Television: Who's Afraid of Big, Bad TV?

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H.R. Pufnstuf and The Bugaloos (NBC) represent a vigorous attempt to utilize the freedom of cartoons, the whimsy of puppets and real actors. Heavily costumed, a group of slapsticians carom off each other, accompanied by raucous witches. The shows are uneven, but their comedy is genuine. The producers, Sid and Marty Krofft, are fifth-generation puppeteers whose initial success was the spicy adult show Poupées de Paris. Today several Krofft troupes tour the country. Claims Sid Krofft: "We were an adults-only show, and when the whole world went tits, we decided to go back to children. We're not in politics and we're not educators. We're here to entertain."

Wonderama (Syndicated) is a 13-year-old, three-hour-long, Every Bloody Sunday party, encouraging kids to every capital sin except lust. An affable man offscreen, Host Bob McAllister manically encourages kids to spray each other with whipped cream, or to play musical pies­last one to stop at a cutout target gets a faceful. Everyone in the 120-child audience receives at least half a dozen gifts­and a chance to wave at the folks back home. During the six-hour taping, the kids are given soda and ice cream (sandwiches were once dispensed, but too many kids threw up from excitement). Brand names are reeled off at a rate that seems like two per minute­plus commercials. The show is so successful that Wonderama gets 4,000 requests for admission each month. Presumably, a parent registers a child for Groton and Wonderama upon birth: a kid must wait four years to get on camera.

Mister Rogers' Neighborhood (NET): "You make each day a special day by just your being you," announces Fred Rogers on each show. The message could be written in Karo syrup, but behind the modulated tones there is a calculation and a moral. Rogers, 41, is an ordained Presbyterian minister with ten years of broadcasting experience. His goal, he says, is to "help children recognize jealousy, rage, sadness and trust as facets of loving and being loved." His NET program is, in the deepest sense, a Christian show, aimed at a reassurance and realization. A typical song speaks of nakedness, "some are fancy on the inside, some are fancy on the outside"; a typical low-keyed show is devoted to a trip to a hospital or to the barber. In each case, the child is treated as a person of intelligence and sensitivity­unlike the audiences on most rival shows. "It is no secret that commercial children's TV has reached an all-time low," Rogers testified at Senate hearings last year. "At best, most of these programs are a waste; at worst, some of them encourage pathology."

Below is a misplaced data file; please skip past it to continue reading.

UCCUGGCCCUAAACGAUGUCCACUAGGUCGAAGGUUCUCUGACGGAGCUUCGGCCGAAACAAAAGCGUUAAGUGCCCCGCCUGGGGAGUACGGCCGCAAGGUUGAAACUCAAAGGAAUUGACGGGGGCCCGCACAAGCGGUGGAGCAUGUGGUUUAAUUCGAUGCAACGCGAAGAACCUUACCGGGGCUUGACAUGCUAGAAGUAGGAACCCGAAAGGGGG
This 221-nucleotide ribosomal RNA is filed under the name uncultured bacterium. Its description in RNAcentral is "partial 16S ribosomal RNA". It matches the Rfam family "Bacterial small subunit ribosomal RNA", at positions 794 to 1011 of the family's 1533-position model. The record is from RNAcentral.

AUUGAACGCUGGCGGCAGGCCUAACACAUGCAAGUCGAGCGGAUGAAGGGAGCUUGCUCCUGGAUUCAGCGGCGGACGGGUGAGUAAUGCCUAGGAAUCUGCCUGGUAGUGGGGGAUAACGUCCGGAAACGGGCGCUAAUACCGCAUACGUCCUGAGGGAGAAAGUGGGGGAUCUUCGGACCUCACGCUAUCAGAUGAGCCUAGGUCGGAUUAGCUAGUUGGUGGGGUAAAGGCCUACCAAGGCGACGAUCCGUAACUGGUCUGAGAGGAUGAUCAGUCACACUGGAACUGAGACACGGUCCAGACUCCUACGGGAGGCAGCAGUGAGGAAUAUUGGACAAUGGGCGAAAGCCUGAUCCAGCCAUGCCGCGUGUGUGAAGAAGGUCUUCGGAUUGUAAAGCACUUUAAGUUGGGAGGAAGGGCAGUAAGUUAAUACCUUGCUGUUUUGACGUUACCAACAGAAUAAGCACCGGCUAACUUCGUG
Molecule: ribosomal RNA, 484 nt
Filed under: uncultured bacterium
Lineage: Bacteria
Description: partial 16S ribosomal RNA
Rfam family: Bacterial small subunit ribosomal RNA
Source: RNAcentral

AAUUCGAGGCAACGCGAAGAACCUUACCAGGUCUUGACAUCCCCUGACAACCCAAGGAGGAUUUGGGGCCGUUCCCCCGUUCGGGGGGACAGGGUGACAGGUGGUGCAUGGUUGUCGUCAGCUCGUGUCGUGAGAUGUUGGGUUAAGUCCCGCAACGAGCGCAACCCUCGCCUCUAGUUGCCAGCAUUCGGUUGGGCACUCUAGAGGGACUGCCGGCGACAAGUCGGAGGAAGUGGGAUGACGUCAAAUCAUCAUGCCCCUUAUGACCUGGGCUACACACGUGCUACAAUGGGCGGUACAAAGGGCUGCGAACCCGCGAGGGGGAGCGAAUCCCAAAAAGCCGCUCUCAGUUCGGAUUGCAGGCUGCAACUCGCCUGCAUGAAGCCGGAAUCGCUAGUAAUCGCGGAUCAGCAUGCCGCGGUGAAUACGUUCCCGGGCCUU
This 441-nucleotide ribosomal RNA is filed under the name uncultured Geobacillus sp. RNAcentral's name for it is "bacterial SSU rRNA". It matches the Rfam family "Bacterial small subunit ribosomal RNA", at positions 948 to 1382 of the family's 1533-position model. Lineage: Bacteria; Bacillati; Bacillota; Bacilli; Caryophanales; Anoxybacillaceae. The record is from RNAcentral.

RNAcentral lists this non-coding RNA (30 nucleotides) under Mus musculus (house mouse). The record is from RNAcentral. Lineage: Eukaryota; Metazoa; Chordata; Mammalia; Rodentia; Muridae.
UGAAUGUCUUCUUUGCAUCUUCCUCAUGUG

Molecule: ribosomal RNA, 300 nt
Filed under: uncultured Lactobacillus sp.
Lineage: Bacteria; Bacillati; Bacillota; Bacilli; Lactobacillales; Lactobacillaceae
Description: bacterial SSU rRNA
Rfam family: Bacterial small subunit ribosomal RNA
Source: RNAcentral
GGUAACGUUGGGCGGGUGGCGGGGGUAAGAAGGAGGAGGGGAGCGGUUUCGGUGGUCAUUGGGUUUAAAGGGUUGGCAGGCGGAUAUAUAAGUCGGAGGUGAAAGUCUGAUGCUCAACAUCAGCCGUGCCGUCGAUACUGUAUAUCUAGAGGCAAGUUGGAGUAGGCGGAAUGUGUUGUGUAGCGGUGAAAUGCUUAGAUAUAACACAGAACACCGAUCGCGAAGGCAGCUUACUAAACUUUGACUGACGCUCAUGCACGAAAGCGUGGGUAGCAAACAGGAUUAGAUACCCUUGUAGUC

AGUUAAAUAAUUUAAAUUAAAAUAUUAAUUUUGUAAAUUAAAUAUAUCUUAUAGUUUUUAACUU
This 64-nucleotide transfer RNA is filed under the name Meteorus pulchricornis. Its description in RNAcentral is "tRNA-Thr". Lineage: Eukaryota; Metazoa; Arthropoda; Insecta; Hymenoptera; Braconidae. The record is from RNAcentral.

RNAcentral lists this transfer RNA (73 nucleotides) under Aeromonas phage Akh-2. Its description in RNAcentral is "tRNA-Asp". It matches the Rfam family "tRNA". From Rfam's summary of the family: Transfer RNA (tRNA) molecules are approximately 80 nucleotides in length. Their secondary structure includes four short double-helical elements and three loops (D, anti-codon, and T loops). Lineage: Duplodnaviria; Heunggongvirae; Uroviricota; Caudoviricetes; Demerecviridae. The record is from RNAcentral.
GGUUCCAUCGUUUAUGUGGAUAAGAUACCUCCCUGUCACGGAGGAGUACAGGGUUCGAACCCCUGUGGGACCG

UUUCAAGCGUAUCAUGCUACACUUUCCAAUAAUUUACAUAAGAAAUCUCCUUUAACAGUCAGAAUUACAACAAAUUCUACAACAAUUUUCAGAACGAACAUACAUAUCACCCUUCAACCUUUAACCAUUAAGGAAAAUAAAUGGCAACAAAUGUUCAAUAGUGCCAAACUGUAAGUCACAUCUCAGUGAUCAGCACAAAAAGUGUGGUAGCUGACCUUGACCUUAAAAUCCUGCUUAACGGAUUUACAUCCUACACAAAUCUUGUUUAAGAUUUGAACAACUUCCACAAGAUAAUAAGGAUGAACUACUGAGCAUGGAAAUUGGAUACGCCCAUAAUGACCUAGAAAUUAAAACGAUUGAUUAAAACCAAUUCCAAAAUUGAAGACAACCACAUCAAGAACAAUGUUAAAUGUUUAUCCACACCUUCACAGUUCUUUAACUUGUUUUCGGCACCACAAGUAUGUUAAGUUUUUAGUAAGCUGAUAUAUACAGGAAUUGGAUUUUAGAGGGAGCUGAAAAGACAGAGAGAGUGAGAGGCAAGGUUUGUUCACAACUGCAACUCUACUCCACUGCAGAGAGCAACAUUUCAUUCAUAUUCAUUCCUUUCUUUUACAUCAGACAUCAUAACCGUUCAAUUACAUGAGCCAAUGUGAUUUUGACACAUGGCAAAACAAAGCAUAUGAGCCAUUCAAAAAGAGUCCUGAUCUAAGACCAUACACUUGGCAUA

Plato's Cave

Even the worst shows are occasionally capable of entertainment­and even enlightenment. "Besides," says a major Hollywood packager, "it's not fair to compare commercial programming and Sesame Street. Give me $8,000,000, and I can come up with educational programming too." But ABC's Chuck Jones sees Sesame Street much the same way kids do­as an entryway. "O.K., Sesame Street isn't perfect," he says. "But it began something. Walt Disney opened up character animation. Sesame Street opened children's TV to taste and wit and substance. It made the climate right for improvement."

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